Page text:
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Published: November 30, 2020

Reflections on AAFP Congress of Delegates 2020

Post by Jeffrey Luther, MD, FAAFP

In the best of times, the AAFP Congress of Delegates (CoD) has a comforting element of predictability.  The schedules, the events, the spectacle and even many of the topics addressed fall into a pattern that makes it easy to anticipate the next meeting. But what part of 2020 could possibly be described as predictable?  The changes required to pull off a virtual CoD this year were monumental, which made its success all the more satisfying.

With the pandemic in full swing, the AAFP Speaker substantially revamped the CoD rules in anticipation of a virtual meeting.  State delegations were limited to sponsoring no more than two resolutions addressing an ‘exigent’ topic (there have been usually no limits in past.) Though the AAFP encouraged state chapters to collaborate on resolutions, the new rules of engagement left every chapter adapting in its own way. 

To appreciate the process it helps to understand the make-up of our delegation.  We have two delegates and two alternate delegates.  (That’s right, our almost 11,000 members get the same representation as Guam and the US Virgin Islands.)  However, CAFP also has members representing other AAFP constituencies through the National Conference of Constituency Leaders (NCCL) and the National Conference of Family Medicine Residents and Students. Though they represented various constituencies, all were involved in the process of crafting and carrying out California’s strategies to advocate for our issues.  Everyone had a say.

Besides taking the meeting out of Chicago and placing it in our living rooms, this year’s COD also split the proceedings over an 11-day period, with two days of reference committee hearings taking place a week before the Congress itself.  With limited time for reference committee testimony, there was ample online written testimony. The actual deliberations were held on a platform akin to Zoom on steroids, and despite the inevitable glitches, things ran smoothly.  By the time the Congress started on October 11 we had reference committee reports and an opportunity to caucus (yes, more Zoom meetings!) in order to strategize.

The actual Congress was in many ways efficient.  Gone was much of the material that fills the day at our usual meetings: speeches from visiting dignitaries, awards, recognition of recently departed members, etc.  Instead, we were largely limited to electing new leaders and debating policy in the form of resolutions, but that more than filled our time together.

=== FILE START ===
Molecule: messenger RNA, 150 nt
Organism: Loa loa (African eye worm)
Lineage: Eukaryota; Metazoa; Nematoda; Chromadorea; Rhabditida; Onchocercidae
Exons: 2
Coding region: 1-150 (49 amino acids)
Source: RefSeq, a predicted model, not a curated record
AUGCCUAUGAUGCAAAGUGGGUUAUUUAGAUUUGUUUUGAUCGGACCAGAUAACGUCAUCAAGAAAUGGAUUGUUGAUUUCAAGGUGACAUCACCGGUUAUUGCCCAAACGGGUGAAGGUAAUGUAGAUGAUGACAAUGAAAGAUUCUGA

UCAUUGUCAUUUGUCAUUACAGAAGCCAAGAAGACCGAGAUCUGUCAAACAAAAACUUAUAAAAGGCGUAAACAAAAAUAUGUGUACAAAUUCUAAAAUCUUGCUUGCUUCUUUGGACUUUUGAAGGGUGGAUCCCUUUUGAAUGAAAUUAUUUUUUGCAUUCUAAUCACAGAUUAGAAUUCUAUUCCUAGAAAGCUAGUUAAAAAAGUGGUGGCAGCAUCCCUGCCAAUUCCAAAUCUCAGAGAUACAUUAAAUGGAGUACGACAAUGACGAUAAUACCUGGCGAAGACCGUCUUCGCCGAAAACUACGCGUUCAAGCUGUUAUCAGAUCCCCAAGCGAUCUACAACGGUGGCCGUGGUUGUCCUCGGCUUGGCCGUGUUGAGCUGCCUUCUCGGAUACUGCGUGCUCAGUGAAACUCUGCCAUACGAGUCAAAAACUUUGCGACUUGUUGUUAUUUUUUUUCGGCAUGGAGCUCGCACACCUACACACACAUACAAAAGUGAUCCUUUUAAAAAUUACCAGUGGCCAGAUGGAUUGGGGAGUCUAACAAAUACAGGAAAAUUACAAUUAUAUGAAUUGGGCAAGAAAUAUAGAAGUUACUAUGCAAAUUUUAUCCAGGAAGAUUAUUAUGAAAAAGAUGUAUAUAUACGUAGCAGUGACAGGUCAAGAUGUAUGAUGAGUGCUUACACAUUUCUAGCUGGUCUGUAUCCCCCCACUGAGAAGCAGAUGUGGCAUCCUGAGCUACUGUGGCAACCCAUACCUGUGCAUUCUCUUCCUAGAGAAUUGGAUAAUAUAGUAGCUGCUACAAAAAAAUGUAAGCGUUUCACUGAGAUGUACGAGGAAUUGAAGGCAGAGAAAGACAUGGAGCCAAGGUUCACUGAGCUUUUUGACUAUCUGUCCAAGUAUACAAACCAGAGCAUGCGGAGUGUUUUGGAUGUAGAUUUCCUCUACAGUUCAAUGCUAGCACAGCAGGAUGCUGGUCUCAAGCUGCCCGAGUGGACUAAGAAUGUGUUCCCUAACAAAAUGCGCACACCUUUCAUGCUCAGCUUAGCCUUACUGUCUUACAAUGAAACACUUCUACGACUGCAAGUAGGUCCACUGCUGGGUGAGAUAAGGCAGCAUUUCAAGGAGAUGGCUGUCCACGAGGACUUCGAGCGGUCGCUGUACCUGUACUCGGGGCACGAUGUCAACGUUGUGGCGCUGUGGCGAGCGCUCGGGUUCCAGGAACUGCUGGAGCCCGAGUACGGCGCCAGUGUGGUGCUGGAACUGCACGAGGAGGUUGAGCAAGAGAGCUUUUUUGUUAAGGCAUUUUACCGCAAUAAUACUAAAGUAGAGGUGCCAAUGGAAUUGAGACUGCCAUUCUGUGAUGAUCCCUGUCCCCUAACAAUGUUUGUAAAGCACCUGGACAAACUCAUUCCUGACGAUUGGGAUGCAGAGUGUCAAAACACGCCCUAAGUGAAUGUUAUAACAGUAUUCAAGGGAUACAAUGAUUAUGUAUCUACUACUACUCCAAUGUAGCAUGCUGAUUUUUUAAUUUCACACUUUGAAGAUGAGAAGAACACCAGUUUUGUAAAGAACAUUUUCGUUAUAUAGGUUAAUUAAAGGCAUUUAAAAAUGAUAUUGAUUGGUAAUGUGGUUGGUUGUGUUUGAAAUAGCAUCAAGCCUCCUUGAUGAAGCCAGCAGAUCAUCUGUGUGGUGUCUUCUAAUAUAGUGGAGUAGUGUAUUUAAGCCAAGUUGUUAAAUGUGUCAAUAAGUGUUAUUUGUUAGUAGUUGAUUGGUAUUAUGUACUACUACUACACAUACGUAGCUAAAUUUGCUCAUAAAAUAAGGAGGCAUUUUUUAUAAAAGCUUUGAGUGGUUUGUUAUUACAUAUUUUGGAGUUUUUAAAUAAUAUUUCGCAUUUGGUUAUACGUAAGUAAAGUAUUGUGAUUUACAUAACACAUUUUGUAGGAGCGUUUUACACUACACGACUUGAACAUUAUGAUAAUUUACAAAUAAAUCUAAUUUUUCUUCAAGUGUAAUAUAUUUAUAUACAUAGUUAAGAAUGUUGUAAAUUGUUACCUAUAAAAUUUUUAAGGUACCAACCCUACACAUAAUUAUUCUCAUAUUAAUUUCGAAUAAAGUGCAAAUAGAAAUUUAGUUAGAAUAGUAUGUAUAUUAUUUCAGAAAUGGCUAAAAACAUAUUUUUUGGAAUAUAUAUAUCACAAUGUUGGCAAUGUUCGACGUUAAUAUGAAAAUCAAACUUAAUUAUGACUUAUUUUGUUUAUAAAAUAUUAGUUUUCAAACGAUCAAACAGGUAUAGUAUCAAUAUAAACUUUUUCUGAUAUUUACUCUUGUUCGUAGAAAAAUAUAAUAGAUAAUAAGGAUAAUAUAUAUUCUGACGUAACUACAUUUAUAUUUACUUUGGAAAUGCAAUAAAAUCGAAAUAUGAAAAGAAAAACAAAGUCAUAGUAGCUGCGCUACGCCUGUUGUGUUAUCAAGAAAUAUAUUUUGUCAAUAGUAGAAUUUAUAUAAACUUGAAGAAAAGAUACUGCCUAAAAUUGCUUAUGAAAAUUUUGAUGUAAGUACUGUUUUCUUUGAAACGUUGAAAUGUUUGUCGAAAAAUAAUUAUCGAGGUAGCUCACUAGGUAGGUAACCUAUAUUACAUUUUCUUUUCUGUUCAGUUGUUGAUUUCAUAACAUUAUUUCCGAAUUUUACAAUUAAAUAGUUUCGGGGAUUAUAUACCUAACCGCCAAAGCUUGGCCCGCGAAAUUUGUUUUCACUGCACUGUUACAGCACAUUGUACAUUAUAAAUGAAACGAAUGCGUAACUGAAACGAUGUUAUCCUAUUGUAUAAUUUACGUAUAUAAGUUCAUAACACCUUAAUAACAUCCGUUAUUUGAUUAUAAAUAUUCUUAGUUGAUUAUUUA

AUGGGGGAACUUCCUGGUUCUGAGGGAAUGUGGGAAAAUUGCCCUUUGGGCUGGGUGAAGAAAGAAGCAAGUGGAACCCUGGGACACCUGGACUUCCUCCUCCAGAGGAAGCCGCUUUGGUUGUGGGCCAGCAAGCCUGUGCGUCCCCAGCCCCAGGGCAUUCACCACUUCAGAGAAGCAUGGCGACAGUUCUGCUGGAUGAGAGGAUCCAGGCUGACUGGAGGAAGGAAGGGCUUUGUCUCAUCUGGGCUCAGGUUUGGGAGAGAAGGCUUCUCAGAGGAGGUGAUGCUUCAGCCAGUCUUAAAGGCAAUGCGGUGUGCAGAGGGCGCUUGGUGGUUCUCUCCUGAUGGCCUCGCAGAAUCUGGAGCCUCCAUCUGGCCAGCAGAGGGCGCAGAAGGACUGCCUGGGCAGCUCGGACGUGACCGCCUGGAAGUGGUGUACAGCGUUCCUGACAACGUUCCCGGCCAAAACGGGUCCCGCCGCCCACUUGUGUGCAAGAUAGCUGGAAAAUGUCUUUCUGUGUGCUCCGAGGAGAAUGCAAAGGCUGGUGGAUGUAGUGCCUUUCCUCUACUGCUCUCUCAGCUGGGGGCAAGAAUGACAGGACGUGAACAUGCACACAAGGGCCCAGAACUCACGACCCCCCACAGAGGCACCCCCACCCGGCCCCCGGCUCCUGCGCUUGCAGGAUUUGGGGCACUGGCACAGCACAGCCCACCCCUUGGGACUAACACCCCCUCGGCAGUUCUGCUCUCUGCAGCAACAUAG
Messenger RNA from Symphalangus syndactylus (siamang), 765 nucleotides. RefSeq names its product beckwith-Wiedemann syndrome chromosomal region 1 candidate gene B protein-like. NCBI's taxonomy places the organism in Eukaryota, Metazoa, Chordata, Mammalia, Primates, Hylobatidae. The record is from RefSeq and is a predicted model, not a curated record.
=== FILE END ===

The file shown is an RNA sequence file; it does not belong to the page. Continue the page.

Leadership elections retained much of the usual trappings, including Meet the Candidate sessions (actually more useful than the in-person version), candidate speeches, and a question-and-answer session.  That there were only three candidates for three Board positions made that election’s results a foregone conclusion, but the opportunity to hear from the candidates was still invaluable.  And the three-way race for President-Elect was eventful as always, with Dr. Sterling Ransone of Virginia victorious in the end.

On the resolution front, our delegation functioned like a well-oiled machine in spite of the newness of the process.  We were successful in passing our own two resolutions, addressing policing standards as a public health issue and promoting improved reproductive health for incarcerated persons.  Just as crucially, we testified on multiple other issues concerning equitable vaccine delivery; elimination of the X waiver for buprenorphine; AAFP’s stance on medical aid in dying (yes, again); opposition to the practice of race-based medicine; support for a national bureau to oversee firearm safety; support of gender-affirming care for trans youth; and the closure of migrant detention centers, among others.  Throughout, everyone in our delegation was actively communicating behind the scenes (thankful for sometimes hilarious group texts), covering for one another and voicing our state’s stance and priorities eloquently.   

Next year’s CoD, slated to be held in Anaheim, CA, will be an in-person event. Hopefully, some of the changes and efficiencies adopted at this year’s event may lead to lasting change. We can also hope that more interstate collaboration will be the norm in the future. Regardless, in the face of previously untested processes, the CAFP’s delegation performed amazingly well, and I could not have been more proud.This year was my 12th and last as a member of CAFP’s delegation to the Congress of Delegates. The meetings have taken us from Philadelphia to Washington, Boston, Denver, San Diego, Orlando, Chicago, and New Orleans.  We’ve had the opportunity to learn, to inform, and to argue over things that matter to our members, our patients, and our communities.  We’ve watched, listened to, and helped elect many dedicated and gifted AAFP leaders.  And we’ve tried to create a culture that encourages a new generation of leaders to step up and represent us confidently.  The growth and breadth of our delegation suggest some measure of success in this.  For me, it has been a privilege and a tremendous learning opportunity, and I’d recommend it to anyone.

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